Yanda has understandably proved tough to replace, and the numbers reflect that.

    Jackson was pressured on 16.2 per cent of his dropbacks in 2019 as the Ravens compiled a league-best 14-2 record.

    In the 2020 regular season, that number rose to 21.4 per cent, and Jackson and backup Tyler Huntley were pressured on 36.6 per cent of dropbacks against the Bills, according to the NFL's NextGen Stats.

    There has been a clear drop-off in Jackson's protection, which has been compounded by a lack of difference-making options at wide receiver.

    Wideout woes

    The Ravens did invest a first-round pick in a wide receiver in Marquise Brown in 2018. 

    Brown made strides in 2020 but the fact tight end Mark Andrews led the team with 50.1 receiving yards per game is illustrative of the lack of a consistent impact from the wideouts.

    Snead, an experienced slot receiver set for free agency this offseason, led the Ravens in percentage of catches that went for a first down with 69.7 and yards after catch per reception with 5.9.

    The latter stat is particularly telling. So many of the league's best offenses boast playmakers who can make things happen with the ball in their hands but the Ravens, with Snead a potential departure, are severely lacking in that regard, Brown having averaged just 4.3 YAC per reception.

    To his credit, speedster Brown was the Ravens' best receiver in terms of plays of 25 yards or more (nine) and touchdowns (eight).

    Yet 2019 third-round pick Miles Boykin has delivered only sporadic spurts of production, and while Devin Duvernay showed signs of promise, he and fellow 2020 selection James Proche will need to become significantly bigger parts of the offense if the Ravens do not add to their receiving corps in the offseason.

    Even if Snead stays, the Ravens require a more dynamic wideout who can take over the chain-moving burden and provide Baltimore with a legitimate YAC threat in 2021.

    Jackson is not without his flaws, as his crushing turnover showed. However, too often in 2020 he had the look of a quarterback not properly protected by the heart of his line and not properly supported by his receivers.

    If the Ravens are to make the most of his incredible dual-threat skill set, that has to change.

  • Chargers hire Rams DC Staley as head coach Chargers hire Rams DC Staley as head coach

    The Los Angeles Chargers have hired Rams defensive coordinator Brandon Staley as head coach.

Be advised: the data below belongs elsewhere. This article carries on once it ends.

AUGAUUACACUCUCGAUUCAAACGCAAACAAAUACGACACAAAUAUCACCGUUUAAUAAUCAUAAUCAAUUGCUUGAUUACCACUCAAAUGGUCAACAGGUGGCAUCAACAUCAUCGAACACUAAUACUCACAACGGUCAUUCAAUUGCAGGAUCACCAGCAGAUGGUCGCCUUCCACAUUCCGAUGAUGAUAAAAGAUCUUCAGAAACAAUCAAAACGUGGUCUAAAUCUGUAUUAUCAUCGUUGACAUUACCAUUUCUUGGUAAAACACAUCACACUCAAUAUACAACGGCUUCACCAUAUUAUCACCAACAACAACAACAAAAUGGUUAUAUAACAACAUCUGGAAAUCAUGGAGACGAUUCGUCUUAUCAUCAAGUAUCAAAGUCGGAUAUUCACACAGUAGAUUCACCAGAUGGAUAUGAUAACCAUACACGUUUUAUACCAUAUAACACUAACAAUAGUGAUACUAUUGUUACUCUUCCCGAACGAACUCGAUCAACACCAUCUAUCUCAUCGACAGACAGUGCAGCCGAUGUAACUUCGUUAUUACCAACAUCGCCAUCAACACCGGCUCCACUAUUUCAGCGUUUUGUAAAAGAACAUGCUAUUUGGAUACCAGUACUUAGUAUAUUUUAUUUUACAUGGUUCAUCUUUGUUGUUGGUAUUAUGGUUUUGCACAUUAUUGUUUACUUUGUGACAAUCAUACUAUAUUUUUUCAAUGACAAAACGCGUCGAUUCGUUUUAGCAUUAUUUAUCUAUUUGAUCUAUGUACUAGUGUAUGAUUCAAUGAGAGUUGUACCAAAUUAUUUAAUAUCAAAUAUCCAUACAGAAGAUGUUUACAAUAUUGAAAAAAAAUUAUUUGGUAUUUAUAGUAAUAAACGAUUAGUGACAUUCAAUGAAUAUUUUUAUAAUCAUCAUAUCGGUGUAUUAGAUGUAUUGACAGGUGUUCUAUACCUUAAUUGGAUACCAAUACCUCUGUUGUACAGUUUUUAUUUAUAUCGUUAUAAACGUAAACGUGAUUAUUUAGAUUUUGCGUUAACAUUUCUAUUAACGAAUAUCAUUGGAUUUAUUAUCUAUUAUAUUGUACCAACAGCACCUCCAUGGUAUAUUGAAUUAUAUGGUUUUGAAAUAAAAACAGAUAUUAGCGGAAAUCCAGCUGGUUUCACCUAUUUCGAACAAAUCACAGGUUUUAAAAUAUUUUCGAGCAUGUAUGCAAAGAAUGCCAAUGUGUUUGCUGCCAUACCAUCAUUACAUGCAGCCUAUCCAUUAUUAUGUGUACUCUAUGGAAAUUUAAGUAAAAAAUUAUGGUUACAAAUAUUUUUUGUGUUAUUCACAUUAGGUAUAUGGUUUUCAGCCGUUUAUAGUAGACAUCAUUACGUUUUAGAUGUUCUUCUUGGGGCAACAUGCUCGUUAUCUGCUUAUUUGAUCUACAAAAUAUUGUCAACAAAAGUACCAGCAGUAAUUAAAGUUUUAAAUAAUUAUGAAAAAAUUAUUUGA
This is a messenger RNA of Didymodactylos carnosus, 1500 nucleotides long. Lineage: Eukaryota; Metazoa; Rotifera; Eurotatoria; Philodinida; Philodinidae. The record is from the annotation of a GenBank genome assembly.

Staley succeeds Anthony Lynn after the Chargers endured an underwhelming 2020 season, finishing 7-9 despite four consecutive wins to conclude the campaign. 

    It was a second successive losing season for the Chargers, underlining the task facing Staley. 

    But president of football operations John Spanos is confident the 38-year-old is the right man for the job.

    "It doesn't matter if you've known Brandon for five minutes or five years, what quickly becomes apparent is the amount of energy and passion he approaches each and every moment with," Spanos told the franchise's official website. 

    "The consistency of that enthusiasm is unique and, most importantly, it drives his ability to connect with people. 

    "His coaching journey to this particular moment is inspiring; if not for the sheer perseverance and determination of it all, then certainly for the dramatic results it has produced for the teams and players he has coached." 

    Staley impressed as a coordinator in 2020, his maiden year with the Rams, as the team enjoyed its best defensive season since 1975, conceding just 9.6 points and 237.3 yards per game. 

    He is now looking forward to leading the Chargers, describing the opportunity as "a dream come true". 

    "It's hard to put into words just how excited I am for the opportunity to be the Los Angeles Chargers' head coach," he said. 

    "While this is certainly a dream come true, it's also a dream that's just beginning. There's a reason this was probably the most sought after job out there – from ownership, to the fans, to the city, to the men in that locker room – it's the total package."